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Public Choice

, Volume 122, Issue 3–4, pp 395–416 | Cite as

Why does centralisation fail to internalise policy externalities?

  • Robert Dur
  • Hein Roelfsema
Article

Abstract

We provide an explanation why centralisation of political decision making results in overspending in some policy domains, whereas too low spending persists in others. We study a model in which delegates from jurisdictions bargain over local public goods provision. If all of the costs of public goods are shared through a common budget, policy makers delegate bargaining to ‘public good lovers’, resulting in overprovision of public goods. If a sufficiently large part of the costs can not be shared, underprovision persists because policy makers delegate bargaining to ‘conservatives’. We derive financing rules that eliminate the incentives for strategic delegation.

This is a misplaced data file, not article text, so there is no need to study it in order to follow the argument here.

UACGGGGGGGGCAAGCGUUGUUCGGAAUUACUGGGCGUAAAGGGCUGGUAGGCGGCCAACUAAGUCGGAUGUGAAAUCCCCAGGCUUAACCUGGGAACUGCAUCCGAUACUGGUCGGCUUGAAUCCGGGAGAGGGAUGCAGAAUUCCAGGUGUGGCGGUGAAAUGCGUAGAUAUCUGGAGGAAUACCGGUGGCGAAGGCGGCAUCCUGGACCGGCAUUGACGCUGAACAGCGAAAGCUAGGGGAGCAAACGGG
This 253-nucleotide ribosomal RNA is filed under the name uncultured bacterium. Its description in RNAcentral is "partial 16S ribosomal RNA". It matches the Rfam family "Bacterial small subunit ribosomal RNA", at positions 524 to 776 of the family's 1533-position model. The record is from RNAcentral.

Keywords

Decision Making Policy Maker Public Good Public Finance Political Decision 
These keywords were added by machine and not by the authors. This process is experimental and the keywords may be updated as the learning algorithm improves.

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Copyright information

© Springer Science + Business Media, Inc. 2005

Authors and Affiliations

  1. 1.Tinbergen Institute, Department of EconomicsErasmus University RotterdamRotterdamThe Netherlands
  2. 2.Utrecht School of EconomicsUtrecht UniversityThe Netherlands

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